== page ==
19 July 2012
When I was a lad, a few years ago now, meat and three veg was the staple dinner I, like countless other Australians, was raised on. These days, food is less about staples and more about preferences. We're lucky enough to live in a country that gives us access to an abundant choice of food.
The quality and quantity of food on offer here is second to none, and the skill of those who produce and supply it mean things are set to stay that way. Why, then, do we hear from some people that our food supply will come to a grinding halt?
Hardly a day goes by where you don't pick up a newspaper and read a doom-and-gloom prediction about Australia's food supply. It's not safe. It's not secure. It's being stolen by foreigners investing in our farmland.
Those who push these myths and those who believe them should take a minute to stop and consider the fact Australians are actually living in the most food-secure time in our history.
Yes, demand for Australian-produced food here and around the world will continue to climb. But we produce twice as much food as we consume, which means we feed our own population as well as reap the rewards of a strong agricultural export trade.
...Yes, there are calls for us to double our food production during the next 20 years. Australian farmers can do this through innovation and the right investments and it can be done with less water and lower carbon emissions.
Yes, about 10 per cent of farmland in Australia is partly or fully foreign owned. But about 99 per cent of farm businesses are Australian owned. This has hardly changed in decades, and our agricultural industries are the success they are today because of the financial contribution and innovative farming practices of overseas investors. And, yes, there are calls for Australia to be the food bowl of Asia. That doesn't mean we'll be responsible for feeding the entire Asian population -- it means we have a real opportunity to cater to the needs and preferences of their growing middle class, which will swell to more than three billion people in 2030.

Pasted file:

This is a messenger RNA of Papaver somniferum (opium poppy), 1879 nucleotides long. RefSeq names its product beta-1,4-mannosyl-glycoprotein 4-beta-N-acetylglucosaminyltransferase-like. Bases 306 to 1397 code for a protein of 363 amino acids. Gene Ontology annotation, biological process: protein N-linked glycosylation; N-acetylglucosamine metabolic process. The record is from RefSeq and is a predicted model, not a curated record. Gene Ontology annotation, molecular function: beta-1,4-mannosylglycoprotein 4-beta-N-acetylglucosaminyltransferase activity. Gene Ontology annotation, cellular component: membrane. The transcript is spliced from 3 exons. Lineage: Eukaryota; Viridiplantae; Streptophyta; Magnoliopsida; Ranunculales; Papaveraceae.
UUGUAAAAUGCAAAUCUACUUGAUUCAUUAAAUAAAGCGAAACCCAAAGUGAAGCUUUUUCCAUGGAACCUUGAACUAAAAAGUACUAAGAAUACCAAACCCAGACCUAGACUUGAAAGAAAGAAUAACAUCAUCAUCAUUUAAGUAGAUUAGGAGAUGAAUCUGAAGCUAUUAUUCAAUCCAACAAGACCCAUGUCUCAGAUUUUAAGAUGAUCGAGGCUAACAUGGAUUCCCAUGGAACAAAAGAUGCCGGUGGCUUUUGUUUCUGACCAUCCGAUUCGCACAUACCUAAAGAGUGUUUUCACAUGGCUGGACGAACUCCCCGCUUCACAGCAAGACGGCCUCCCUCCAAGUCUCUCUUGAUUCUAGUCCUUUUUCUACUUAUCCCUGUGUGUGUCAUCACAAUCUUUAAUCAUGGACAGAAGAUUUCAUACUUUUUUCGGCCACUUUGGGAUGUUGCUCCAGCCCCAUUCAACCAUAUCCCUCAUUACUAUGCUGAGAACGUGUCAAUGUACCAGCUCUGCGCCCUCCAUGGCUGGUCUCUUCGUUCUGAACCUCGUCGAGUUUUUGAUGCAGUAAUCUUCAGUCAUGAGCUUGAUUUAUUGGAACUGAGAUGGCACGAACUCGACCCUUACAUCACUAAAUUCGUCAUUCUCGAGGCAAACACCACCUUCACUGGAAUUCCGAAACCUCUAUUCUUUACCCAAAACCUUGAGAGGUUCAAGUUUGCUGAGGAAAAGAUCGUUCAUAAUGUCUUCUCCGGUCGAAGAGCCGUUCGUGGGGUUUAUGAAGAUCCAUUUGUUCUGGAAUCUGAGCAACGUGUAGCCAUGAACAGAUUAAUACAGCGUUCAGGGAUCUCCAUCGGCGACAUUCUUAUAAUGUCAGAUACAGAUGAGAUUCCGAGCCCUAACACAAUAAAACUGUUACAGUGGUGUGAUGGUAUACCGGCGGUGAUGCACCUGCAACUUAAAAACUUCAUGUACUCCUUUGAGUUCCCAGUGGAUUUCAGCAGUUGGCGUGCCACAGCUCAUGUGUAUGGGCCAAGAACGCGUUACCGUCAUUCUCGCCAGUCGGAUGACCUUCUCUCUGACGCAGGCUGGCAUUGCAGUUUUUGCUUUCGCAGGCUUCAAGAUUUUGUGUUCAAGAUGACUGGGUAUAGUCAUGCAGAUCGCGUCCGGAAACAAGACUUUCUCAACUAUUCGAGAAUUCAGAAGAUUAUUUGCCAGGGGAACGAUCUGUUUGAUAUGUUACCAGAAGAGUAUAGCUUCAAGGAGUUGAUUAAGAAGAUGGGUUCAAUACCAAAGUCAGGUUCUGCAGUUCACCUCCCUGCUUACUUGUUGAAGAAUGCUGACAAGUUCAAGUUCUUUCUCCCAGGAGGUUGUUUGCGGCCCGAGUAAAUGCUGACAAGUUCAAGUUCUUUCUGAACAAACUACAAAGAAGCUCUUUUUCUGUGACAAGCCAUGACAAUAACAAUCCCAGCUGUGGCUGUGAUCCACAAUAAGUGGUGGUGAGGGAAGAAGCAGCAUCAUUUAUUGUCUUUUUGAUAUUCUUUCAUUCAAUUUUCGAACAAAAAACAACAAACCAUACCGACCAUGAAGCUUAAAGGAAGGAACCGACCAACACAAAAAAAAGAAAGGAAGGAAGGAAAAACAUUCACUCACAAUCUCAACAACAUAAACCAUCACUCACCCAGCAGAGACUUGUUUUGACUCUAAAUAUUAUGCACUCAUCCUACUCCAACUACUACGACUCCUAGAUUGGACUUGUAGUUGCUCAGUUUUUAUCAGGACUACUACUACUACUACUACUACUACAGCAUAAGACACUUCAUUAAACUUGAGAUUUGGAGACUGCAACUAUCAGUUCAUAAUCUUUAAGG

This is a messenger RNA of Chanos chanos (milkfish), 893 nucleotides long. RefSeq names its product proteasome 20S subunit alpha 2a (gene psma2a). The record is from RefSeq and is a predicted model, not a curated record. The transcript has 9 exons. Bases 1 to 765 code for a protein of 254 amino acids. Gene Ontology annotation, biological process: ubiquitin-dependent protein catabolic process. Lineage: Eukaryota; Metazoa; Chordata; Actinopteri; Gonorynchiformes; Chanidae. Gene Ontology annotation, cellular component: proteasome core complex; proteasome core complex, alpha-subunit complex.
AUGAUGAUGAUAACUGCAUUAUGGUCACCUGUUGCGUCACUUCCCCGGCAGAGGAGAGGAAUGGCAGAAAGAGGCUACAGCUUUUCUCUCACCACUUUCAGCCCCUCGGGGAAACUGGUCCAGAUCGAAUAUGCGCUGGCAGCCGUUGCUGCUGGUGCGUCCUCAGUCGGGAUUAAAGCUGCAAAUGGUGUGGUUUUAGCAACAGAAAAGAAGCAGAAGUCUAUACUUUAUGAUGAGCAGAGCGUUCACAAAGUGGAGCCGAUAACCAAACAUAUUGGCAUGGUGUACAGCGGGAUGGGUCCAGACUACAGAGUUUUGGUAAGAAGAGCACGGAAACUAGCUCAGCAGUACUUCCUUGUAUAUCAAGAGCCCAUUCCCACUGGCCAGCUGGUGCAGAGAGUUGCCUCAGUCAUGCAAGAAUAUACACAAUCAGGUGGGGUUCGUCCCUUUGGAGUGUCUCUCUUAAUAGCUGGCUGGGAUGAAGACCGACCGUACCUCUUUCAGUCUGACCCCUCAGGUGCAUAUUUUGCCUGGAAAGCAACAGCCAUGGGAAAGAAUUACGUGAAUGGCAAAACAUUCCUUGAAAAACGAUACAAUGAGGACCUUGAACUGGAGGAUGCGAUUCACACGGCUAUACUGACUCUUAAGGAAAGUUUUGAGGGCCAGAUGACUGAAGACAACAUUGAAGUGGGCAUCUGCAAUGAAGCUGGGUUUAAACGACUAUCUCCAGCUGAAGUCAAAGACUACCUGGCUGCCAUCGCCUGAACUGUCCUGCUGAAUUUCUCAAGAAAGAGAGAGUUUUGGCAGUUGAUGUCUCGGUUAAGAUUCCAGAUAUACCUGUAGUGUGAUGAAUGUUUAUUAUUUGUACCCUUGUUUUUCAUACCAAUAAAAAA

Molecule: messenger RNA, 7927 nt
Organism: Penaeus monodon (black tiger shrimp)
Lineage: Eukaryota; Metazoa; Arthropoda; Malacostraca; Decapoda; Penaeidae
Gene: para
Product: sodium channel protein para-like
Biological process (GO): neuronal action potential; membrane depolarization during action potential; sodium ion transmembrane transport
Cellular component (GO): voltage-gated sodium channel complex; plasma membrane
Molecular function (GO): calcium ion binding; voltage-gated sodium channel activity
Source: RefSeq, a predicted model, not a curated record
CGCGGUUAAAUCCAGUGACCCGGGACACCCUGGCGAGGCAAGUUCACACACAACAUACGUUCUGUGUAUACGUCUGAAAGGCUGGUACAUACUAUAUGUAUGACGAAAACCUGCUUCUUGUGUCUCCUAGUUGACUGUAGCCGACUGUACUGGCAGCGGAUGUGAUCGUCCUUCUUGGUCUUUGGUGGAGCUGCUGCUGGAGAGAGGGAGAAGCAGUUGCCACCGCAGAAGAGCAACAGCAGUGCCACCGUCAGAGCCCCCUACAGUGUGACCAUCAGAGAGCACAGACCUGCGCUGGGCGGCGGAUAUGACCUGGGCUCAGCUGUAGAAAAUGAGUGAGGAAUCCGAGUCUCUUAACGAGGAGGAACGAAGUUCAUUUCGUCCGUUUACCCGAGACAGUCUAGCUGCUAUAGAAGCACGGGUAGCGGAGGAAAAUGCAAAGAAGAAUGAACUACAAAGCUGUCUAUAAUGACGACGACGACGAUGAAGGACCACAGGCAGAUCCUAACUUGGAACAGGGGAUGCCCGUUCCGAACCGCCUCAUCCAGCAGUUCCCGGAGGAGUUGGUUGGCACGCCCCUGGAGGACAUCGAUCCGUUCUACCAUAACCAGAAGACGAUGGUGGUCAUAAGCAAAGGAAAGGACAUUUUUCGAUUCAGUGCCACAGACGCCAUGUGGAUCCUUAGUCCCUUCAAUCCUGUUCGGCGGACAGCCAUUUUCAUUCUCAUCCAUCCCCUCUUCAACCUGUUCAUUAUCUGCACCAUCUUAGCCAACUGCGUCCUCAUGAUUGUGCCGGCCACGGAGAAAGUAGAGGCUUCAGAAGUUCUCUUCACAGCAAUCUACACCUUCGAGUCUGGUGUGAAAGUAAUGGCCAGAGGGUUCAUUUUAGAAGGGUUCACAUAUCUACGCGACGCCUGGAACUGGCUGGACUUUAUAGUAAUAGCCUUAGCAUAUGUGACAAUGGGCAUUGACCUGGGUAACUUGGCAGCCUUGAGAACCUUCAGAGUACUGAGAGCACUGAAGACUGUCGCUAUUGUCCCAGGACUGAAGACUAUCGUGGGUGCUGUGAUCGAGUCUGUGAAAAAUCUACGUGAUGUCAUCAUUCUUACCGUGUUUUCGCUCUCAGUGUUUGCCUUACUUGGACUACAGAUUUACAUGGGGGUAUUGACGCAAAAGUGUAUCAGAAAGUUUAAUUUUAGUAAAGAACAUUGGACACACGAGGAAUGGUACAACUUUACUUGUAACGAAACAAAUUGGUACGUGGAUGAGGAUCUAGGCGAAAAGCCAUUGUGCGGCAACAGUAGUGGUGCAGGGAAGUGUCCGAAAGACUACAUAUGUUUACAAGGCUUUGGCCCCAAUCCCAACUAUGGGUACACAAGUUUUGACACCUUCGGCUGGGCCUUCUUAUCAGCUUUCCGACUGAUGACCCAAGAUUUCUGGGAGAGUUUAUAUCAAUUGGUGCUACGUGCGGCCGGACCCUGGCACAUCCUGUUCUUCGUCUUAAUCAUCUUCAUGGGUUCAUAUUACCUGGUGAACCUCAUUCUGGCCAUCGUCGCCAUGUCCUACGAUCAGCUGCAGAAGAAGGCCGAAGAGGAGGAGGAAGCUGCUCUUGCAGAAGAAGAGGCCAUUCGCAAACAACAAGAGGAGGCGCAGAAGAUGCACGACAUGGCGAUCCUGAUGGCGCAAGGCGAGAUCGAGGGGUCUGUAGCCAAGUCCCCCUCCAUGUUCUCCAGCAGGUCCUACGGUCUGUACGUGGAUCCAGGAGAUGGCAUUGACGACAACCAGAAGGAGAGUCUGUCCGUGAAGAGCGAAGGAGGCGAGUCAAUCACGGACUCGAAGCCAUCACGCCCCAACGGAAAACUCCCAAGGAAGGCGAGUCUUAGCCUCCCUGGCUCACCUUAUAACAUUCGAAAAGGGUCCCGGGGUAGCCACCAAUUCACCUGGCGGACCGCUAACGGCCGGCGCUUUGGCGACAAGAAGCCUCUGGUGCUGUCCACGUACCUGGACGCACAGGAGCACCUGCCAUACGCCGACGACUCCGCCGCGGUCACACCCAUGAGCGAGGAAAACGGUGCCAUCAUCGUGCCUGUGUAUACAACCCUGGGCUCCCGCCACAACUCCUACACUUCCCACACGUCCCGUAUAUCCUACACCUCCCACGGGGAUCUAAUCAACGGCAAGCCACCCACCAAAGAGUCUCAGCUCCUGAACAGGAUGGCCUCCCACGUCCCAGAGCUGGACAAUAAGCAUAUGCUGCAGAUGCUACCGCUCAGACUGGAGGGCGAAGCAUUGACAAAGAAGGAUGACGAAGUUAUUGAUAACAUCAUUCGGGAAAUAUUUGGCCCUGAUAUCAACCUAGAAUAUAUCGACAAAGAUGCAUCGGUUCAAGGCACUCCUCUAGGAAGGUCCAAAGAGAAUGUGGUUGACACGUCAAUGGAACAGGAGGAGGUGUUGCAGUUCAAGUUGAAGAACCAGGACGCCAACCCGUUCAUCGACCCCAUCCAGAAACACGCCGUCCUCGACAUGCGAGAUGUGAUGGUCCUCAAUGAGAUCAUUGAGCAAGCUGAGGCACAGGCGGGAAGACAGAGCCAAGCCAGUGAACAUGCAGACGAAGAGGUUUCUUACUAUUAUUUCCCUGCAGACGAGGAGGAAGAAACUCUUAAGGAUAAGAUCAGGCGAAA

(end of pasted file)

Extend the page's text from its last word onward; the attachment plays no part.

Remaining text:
Australia can become a food bowl for Asia. A quality, niche food bowl. Here in Australia we have the opportunity to produce more of the food we're good at growing, such as meat, wheat and dairy, and use it to benefit Asia's population as well as our own. These are commodities that we produce in spades and that will be in increasing demand by Asia's middle class. That represents a real opportunity for our farmers and our economy.
Australia is a strong trading nation and our farmers are some of the best in the world. The possibilities for our agricultural trade and relationship with Asia are a reflection of just how good we are in both these respects. We produce enough food here in Australia to feed 60 million people. It's time we acknowledged our farmers' capacity to produce that food, and our capacity as a nation to manage our food supply and make the most of the opportunities it can provide us into the future.
It is in this frame of mind that the government is developing Australia's first national food plan. The plan canvasses our food industry in general -- from the paddock through to the plate. The food plan will help make sure Australians continue to have access to quality food and maintain a secure food supply while also making the most of opportunities in the growing global food market.
Amid all the myths and scaremongering surrounding our food supply, Australians can be proud that we as a nation are already taking action to make sure the food security we enjoy today will continue into the future. If you want to have your say, visit daff.gov.au/nationalfoodplan.
Joe Ludwig is Agriculture, Fisheries and Forestry Minister. The national food plan green paper was released this week and the final plan will follow.